- Commercial Fiction (including women’s fiction, crime fiction, fantasy etc) 90-120,000 words
- Category Romance 55,000 – 85,000 words (check with each publisher/ imprint to see what they are looking for)
- Literary fiction from 70,000 words
- Non fiction from 70,000 words.
Books for Children
In the children’s book market length is particularly important as is largely dictated by the age of the reader. A general guide for children’s books (thanks to www.superheronation.com for this information from US Agent Mary Kole) is:
- Board Book — 100 words maximum
- Early Picture book — 500
- Picture book — 750- 1,000 words maximum – check with specific publishers which length they prefer
- Nonfiction Picture book — 2,000 words maximum
- Early Reader — This varies widely, depending on the age level you are aiming at -· 3,500 words is the maximum.
- Chapter book — 10,000 words
- Middle Grade — 35,000 words for contemporary, mystery, humor, 45,000 for fantasy/sci-fi, adventure and historical. 60,000 words would be the upper limit for this age group.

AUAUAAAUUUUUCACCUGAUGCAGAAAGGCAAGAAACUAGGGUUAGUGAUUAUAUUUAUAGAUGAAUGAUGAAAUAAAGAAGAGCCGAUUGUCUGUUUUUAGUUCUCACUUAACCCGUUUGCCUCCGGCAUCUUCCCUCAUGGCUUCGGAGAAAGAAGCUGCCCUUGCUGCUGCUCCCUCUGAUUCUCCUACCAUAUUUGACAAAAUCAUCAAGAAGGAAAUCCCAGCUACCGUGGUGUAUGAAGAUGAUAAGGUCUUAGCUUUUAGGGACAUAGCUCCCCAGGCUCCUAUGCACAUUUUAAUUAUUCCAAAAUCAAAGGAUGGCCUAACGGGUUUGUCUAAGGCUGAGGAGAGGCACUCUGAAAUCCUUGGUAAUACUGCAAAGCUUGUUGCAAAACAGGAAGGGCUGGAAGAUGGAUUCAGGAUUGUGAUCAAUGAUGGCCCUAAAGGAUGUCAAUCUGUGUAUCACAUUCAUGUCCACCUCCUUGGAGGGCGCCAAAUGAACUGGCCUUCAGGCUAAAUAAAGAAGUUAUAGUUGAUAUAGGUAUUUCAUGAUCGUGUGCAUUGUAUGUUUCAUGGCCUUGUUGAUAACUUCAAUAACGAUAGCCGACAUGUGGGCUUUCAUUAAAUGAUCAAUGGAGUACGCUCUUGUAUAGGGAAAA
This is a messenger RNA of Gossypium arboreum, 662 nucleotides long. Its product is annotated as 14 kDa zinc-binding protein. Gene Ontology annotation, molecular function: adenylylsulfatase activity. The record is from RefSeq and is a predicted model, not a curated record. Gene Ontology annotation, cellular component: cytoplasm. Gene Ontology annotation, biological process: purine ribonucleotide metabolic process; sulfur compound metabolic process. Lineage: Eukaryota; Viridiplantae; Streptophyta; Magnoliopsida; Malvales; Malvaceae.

- YA — 70,000 words for contemporary, humor, mystery, historical, romance, etc. 90,000 words for fantasy, sci-fi, paranormal, etc.
Literary Agent Sallyanne Sweeny of Mulcahy Associates (and a recent judge of the Bath Children’s Novel Award) has some useful tips on children’s books and word count:
There are good word count guidelines online and usually I’d recommend 6-10,000 words for a chapter book, 40-60,000 words for middle grade and 50-70,000 words for YA. Fantasy novels are usually on the longer side (think HARRY POTTER and ERAGON etc). I think it’s useful to keep these numbers in mind but really, a book should be as long as it should be (if that makes sense!), and there are always exceptions to the guidelines. If your manuscript is on the long side though, make sure it’s as tight and pacey as it can possibly be as you’ll often find there is room to make cuts. Similarly, if your manuscript is very short, look at your character and plot development.
In Ireland and the UK board books are normally commissioned, so if you want to break into the very young children’s market, focus on picture books. Note that a publisher will match your text to an illustrator, so there is no need to submit illustrations with your words, unless you are a writer/ illustrator. The royalty split between author and illustrator is usually 50/50 for picture books. The majority of picture book publishers do not accept unsolicited submissions but require an approach by an agent.